Muslims make up 3.46 per cent of the country’s 8,417 IAS and IPS officers. Of 292 Muslim officers, 160 are among 5,862 who had cracked the UPSC exams, while the remaining 132 are among 2,555 who were promoted to the IAS or IPS from the state civil services on the basis of seniority and performance.
Muslims represented 13.43 per cent of the population in the 2011 census. By that yardstick, the country has one IAS or IPS officer among every 5.73 lakh Muslims, compared to one among every 1.08 lakh non-Muslims.
Two states, interestingly, account for more than half the Muslim officers who cleared UPSC. Uttar Pradesh has over 34 per cent of them and Bihar nearly 22 per cent, a total of 90 Muslim officers. Uttar Pradesh leads the Muslim officers’ count with 55, followed by Bihar with 35, Kerala with 16 and Jammu and Kashmir with 15. Another trend is that the first two states account for the bulk of the senior Muslim IAS officers come from the northern states of the country while J&K and Kerala have been sending more and more Muslim officers since 2000.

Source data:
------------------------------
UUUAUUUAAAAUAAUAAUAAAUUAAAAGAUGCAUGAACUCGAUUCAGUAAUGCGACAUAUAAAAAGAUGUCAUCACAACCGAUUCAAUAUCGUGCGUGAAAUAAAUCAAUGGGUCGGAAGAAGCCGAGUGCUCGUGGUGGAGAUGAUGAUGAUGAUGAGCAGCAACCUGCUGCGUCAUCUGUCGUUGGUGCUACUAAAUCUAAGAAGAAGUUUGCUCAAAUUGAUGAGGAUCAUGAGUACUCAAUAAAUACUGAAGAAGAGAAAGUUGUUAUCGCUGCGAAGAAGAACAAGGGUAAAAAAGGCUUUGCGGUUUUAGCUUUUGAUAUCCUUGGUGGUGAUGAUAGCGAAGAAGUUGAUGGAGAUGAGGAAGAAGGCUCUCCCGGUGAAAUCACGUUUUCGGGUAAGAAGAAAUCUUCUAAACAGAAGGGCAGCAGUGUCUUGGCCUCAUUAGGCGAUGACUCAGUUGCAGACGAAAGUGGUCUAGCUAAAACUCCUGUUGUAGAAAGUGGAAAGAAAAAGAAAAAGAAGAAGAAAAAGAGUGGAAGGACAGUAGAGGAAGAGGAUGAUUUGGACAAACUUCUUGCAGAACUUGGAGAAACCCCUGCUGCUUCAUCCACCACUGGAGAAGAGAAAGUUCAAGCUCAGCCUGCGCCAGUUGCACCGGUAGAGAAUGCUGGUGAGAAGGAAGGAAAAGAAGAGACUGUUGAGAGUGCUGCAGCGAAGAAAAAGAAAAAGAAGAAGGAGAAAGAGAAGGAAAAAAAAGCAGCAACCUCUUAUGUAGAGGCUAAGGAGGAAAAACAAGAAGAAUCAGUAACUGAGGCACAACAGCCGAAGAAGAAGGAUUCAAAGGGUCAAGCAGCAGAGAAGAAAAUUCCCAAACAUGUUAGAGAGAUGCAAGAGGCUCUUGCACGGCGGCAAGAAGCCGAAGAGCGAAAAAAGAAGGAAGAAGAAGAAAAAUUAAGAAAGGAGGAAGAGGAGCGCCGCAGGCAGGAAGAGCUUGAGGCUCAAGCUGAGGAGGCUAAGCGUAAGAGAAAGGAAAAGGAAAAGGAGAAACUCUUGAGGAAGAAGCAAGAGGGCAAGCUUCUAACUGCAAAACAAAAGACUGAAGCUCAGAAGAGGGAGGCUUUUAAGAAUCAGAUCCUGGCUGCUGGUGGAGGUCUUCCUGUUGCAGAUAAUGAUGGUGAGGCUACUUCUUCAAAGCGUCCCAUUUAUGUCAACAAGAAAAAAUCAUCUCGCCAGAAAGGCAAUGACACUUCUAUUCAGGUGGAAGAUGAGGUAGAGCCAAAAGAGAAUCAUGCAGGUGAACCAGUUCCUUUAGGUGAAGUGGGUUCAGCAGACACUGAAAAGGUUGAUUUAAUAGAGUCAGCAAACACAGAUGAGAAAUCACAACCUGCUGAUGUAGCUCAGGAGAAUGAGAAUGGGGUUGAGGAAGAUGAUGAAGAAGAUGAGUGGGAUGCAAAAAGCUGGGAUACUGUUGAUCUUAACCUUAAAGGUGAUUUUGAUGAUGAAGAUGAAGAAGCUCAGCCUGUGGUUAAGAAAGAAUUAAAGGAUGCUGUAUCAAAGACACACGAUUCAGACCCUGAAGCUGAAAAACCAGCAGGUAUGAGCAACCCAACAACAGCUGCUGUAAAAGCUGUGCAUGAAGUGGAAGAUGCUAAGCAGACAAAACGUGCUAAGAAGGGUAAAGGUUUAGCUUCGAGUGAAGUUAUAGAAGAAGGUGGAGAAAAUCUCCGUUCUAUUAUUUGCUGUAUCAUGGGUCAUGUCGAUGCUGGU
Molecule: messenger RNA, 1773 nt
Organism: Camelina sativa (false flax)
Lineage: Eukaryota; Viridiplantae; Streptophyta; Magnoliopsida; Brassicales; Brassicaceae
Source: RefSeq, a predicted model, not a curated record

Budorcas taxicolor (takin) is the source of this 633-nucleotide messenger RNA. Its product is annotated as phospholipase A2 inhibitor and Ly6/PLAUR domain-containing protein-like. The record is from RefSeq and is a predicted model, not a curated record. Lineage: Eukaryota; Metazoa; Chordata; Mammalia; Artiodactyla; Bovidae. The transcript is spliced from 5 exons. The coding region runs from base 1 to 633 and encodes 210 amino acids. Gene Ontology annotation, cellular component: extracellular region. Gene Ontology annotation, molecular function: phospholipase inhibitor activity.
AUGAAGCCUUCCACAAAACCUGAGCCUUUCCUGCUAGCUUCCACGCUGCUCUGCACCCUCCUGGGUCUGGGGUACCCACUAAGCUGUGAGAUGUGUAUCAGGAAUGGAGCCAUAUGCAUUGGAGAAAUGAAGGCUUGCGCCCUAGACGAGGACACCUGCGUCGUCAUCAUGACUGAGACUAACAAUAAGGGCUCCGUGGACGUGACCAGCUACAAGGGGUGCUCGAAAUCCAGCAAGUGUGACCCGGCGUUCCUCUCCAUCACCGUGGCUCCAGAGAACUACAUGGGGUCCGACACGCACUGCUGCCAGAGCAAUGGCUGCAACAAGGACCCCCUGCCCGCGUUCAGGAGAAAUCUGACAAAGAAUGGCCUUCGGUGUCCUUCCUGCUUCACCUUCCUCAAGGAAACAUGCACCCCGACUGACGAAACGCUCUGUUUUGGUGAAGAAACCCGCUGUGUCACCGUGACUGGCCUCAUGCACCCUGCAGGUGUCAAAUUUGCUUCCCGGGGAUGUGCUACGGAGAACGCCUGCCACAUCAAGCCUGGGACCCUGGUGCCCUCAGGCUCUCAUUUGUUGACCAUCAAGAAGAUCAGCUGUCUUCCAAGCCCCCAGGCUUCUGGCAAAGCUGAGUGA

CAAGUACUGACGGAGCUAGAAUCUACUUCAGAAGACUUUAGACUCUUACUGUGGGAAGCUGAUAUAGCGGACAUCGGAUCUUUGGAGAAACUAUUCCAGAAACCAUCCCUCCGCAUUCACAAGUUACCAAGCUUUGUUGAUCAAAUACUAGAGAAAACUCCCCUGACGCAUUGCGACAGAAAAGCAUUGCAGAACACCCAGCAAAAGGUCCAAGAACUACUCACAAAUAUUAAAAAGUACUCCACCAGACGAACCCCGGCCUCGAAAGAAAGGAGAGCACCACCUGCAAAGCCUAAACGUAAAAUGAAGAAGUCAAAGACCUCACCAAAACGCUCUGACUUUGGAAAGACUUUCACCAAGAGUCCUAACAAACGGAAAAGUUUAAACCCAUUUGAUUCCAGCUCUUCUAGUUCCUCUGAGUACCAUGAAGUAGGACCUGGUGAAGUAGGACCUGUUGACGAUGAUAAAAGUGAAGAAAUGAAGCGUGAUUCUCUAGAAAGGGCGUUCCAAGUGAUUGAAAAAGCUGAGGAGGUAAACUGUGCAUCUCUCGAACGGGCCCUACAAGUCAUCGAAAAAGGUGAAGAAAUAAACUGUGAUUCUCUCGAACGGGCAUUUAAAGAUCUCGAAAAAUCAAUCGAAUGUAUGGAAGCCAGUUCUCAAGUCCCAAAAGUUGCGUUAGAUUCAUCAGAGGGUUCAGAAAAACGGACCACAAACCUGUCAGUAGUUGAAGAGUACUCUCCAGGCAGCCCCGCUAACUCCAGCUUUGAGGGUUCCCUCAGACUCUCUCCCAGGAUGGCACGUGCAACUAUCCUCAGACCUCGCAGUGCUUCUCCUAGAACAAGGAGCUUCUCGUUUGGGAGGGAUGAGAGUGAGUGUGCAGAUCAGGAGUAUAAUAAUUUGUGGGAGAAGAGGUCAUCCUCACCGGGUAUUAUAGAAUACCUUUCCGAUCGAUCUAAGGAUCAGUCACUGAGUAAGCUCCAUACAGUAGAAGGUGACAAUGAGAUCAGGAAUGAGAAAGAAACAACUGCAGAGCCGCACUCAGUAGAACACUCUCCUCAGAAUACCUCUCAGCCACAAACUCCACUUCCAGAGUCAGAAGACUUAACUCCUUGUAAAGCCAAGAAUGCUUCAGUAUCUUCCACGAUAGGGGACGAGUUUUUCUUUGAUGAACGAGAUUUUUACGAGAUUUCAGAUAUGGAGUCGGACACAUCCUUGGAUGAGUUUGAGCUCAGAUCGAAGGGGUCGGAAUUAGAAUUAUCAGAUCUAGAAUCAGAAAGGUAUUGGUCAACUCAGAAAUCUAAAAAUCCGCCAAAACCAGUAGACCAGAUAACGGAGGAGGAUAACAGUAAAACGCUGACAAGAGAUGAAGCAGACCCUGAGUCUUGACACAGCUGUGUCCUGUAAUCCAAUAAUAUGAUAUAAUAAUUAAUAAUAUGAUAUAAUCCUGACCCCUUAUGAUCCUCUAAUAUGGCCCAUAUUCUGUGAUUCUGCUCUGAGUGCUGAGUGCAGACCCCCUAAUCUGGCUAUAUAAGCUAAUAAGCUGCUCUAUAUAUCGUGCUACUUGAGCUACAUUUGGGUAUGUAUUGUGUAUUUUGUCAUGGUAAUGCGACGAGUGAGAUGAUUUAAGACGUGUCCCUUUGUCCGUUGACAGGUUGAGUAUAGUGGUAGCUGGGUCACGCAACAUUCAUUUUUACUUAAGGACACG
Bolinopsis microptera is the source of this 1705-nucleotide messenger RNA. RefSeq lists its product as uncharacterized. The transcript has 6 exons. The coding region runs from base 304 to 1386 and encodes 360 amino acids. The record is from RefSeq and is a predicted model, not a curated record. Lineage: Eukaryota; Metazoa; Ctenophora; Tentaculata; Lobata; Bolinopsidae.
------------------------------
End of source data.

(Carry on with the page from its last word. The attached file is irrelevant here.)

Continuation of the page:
“The northern belt was the cultural and educational belt of the Muslim community before Independence. The community in these parts has historically been more conscious about making an entry into the services, which explains the high number of Muslims from those states joining the civil services,” says Dr Abdus Shaban, deputy director at Tata Institute of Social Sciences.
The East corporation scraped together funds with the help of a grant from the state government.
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